We are meant to be the stewards of our own lives. We are meant to give ourselves what we need. We are meant to immerse ourselves in whatever our sources of grace are. For me it was re-visioning a sacred ritual from my faith tradition. For others it will be a moment in the garden when, hands deep in the dirt, you feel hope bubbling up all on its own. For still others it will be in receiving wisdom from the life birthed from your own body. There are those who will be transfixed by a piece of art or music or landscape and know for certain that they are connected to a force of life they have yet to fully tap for themselves. In whatever way you know it comes to you, or in the many ways it comes to you, you will brush up against the power that is saying “I’m always yours”. Dusted with that gift, you can begin to create a safe place where you can learn to love yourself.

Loving yourself is not being vain, not being self-indulgent, not being pitiful, not being selfish. Loving yourself is about creating a safe place for yourself in your own life. If you are usually at war with yourself, you call a truce. You accept yourself—gifts, flaws, graces and challenges—all. You fire the constant critic in your head. Even if half of what the critique says is true—so what? You are accepting yourself as imperfect already. And you hold space for yourself in this world not because of how your husband or boyfriend treats you, not because of whether your body measures out to the tyranny of misogyny’s demands, not because of how much money and great stuff you have, not because you are smarter than others, not because of who other people think you are or how they judge you—but because you are a human being living inside the only life you are going to have! It follows on that epiphany that your first responsibility is to be a compassionate and advocating steward of that one precious life. And you start living from that one safe place.

As you take up this new life, other things will fall away from you. They may return. Other people will fall away from you. They may return. Loving yourself is a profoundly subversive thing for a woman to do, and also the most powerful thing. It changes everything. You are no longer as easily manipulated—because you are an active guardian and advocate of your worth. You are no longer wasting energy trying to get what you need from others who do not have it to give to you, or who will not give it to you—because you are already giving to yourself. You focus on your legitimate needs—because you finally know what they are.

Of this much I am sure. For wives and partners of men called sex addicts, the entire approach of the treatment industry depends on you not having a safe place, and not loving yourself, so that you can be treated as an accessory without you noticing it. It is crafted to serve the so-called addict, first, and the marriage or life partnership, second. I don’t even think we come in third. I don’t even think we are on the radar except as a prop in the fake recovery narrative.

It is your love for yourself that creates your safe place. Elsewhere I have said that when we love ourselves, we stop looking for other people to do that so we won’t have to. Instead, we look for them to join us. We engage life from that place of safety. And in loving ourselves, we more completely know how to love others.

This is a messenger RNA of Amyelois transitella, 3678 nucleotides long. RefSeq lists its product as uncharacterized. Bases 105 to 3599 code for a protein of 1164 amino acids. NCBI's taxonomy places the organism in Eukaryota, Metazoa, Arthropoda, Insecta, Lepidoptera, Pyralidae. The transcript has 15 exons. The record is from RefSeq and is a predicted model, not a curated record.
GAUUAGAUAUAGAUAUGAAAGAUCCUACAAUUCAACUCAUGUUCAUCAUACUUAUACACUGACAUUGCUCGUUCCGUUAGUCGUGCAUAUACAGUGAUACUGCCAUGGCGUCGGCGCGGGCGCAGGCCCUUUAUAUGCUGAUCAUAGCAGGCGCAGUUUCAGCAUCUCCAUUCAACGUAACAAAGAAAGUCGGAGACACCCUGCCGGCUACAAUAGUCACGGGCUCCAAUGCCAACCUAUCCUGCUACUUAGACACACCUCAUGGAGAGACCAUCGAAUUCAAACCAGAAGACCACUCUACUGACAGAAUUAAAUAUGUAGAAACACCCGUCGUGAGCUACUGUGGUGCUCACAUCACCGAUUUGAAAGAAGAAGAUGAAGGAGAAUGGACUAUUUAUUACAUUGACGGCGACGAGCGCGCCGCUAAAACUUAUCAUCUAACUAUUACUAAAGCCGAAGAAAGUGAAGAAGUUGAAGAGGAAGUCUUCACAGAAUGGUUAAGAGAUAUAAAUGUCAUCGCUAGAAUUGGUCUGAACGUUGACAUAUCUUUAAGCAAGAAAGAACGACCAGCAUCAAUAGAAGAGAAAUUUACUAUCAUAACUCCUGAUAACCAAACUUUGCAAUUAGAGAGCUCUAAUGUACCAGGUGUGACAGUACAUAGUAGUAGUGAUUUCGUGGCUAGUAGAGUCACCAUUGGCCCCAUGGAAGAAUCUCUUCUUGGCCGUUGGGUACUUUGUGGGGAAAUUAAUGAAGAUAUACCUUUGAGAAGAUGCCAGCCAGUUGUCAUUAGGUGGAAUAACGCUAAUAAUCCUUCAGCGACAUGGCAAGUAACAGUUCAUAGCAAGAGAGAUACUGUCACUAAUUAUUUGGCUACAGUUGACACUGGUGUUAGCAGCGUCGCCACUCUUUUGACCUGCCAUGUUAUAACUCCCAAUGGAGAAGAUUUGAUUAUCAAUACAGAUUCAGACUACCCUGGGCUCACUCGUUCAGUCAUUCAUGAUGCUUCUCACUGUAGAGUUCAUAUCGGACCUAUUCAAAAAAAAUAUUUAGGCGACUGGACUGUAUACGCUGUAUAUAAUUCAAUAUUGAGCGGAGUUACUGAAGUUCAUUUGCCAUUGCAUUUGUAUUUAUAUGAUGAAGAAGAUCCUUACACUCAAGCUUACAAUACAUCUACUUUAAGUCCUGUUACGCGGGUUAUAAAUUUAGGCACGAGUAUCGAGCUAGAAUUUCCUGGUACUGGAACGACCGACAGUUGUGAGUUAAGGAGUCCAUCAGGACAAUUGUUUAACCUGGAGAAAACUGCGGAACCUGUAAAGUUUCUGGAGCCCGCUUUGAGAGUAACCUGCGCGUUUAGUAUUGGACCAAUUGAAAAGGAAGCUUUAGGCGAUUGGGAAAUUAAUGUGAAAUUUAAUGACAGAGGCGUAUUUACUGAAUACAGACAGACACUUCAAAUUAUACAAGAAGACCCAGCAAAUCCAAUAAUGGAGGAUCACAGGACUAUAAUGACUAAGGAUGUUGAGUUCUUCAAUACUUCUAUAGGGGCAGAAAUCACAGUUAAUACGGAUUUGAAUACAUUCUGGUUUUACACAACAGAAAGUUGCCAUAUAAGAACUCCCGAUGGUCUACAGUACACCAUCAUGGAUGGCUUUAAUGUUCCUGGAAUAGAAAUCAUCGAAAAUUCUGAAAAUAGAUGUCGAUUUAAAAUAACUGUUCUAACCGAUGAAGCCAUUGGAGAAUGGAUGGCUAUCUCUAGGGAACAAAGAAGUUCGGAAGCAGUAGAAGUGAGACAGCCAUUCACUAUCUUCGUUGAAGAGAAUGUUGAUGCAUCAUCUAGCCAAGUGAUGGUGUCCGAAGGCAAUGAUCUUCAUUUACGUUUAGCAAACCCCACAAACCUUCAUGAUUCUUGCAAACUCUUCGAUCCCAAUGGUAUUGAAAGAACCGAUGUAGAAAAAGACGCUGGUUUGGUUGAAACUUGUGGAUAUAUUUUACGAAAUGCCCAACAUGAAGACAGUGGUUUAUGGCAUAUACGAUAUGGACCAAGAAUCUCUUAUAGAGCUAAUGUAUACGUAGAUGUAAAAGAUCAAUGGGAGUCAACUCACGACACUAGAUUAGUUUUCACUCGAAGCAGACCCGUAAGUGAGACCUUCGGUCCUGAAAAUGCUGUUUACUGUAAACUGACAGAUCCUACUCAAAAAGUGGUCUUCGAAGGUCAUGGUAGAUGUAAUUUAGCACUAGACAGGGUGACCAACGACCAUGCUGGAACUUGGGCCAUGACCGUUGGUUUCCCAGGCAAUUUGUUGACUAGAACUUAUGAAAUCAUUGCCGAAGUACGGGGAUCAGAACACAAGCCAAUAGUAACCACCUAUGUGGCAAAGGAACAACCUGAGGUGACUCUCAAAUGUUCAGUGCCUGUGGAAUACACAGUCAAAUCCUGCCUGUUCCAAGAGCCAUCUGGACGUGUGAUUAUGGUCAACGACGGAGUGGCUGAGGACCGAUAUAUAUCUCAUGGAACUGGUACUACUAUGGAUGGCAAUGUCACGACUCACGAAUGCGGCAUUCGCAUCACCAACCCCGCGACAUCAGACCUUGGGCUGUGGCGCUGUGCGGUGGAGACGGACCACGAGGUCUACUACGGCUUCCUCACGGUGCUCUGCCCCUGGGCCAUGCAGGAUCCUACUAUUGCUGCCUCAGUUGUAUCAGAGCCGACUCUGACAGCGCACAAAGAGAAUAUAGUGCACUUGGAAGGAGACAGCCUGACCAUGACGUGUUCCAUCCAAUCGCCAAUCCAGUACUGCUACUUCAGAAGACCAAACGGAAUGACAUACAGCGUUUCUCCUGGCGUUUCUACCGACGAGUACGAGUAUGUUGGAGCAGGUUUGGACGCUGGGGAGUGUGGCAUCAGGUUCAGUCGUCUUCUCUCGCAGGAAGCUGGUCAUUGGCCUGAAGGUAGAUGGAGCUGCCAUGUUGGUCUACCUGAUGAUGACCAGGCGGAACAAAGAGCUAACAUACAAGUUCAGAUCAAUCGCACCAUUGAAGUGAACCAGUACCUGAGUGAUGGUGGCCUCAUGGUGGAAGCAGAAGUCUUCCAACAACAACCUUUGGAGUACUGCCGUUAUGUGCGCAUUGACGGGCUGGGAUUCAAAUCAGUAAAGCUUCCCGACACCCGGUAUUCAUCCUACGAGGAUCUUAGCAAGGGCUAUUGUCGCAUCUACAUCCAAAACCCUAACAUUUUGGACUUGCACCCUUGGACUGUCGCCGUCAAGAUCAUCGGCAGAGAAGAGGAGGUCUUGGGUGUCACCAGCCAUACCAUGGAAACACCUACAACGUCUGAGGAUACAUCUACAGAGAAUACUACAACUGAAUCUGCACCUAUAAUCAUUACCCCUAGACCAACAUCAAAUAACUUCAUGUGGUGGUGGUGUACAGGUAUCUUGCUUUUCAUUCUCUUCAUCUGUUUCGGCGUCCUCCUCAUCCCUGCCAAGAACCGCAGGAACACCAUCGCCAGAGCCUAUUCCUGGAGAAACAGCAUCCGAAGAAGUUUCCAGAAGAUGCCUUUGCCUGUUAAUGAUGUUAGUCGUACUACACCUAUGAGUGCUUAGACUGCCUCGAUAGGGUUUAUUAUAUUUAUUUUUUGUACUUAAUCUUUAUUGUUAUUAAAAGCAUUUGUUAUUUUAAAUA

As this new way unfolds, remember that the first step in recovering from trauma according to the ground-breaking and still-leading work of Dr. Judith Herman is “safety”.  You will find safety is the one thing you will not be given by the treatment industry, your husband or boyfriend, your religious community, your family and friends, or your workplace. If you are the exception to that, then good for you. The rest of us must live with the larger reality. But even if all these will not give it you, you can now give it to yourself.

Today I sat in my workroom remembering the women who did this amazing thing, and found their lives got traction again. That does not mean their lives were easy. Their lives were not easy. They still lost a great deal and grieved mightily. But they gained a life that was right under their noses waiting to be loved, cherished, and honoured by themselves. Some ended primary relationships. Others tried new ones. Still others are working through a larger plan. But all of these women stepped away from the misogynous vortex of false recovery, false treatment programs, and false treatment practitioners. Many live with much less than they did. And are happy. Not one of them wishes they had stayed for more of the abuse. Most just wish they got out sooner.

When I told my psychologist what song I had picked, she nodded. I told her I just wanted to be safe. It was months later before I told her I finally understood that I needed to be my own safe place. I had to give it to myself and stop looking for it somewhere else from someone else. After that, I began a whole new relationship with myself. I gave myself what I gave others so generously. I invested in my life the way I invested in others’ lives. And I am living the very best years of my life. Somewhat strangely, the more generous I was with myself, the more generous I have become with others. Even the gigantic black spider I found upstairs made safe passage in a plastic jar to the great outdoors. When we are in close touch with the value of our precious lives, and are good stewards of that unique treasure, we find grace abounds for ourselves and for all creation.

This is your life. You only get one. Be your own safe place—and live that precious life.

If you are ready to be your own safe place and explore what it means to love yourself into wholeness, I would love to hear from you. Remember, your story is safe here.  Diane@yourstoryissafehere.com

With you,

Diane.

 

 

Diane Strickland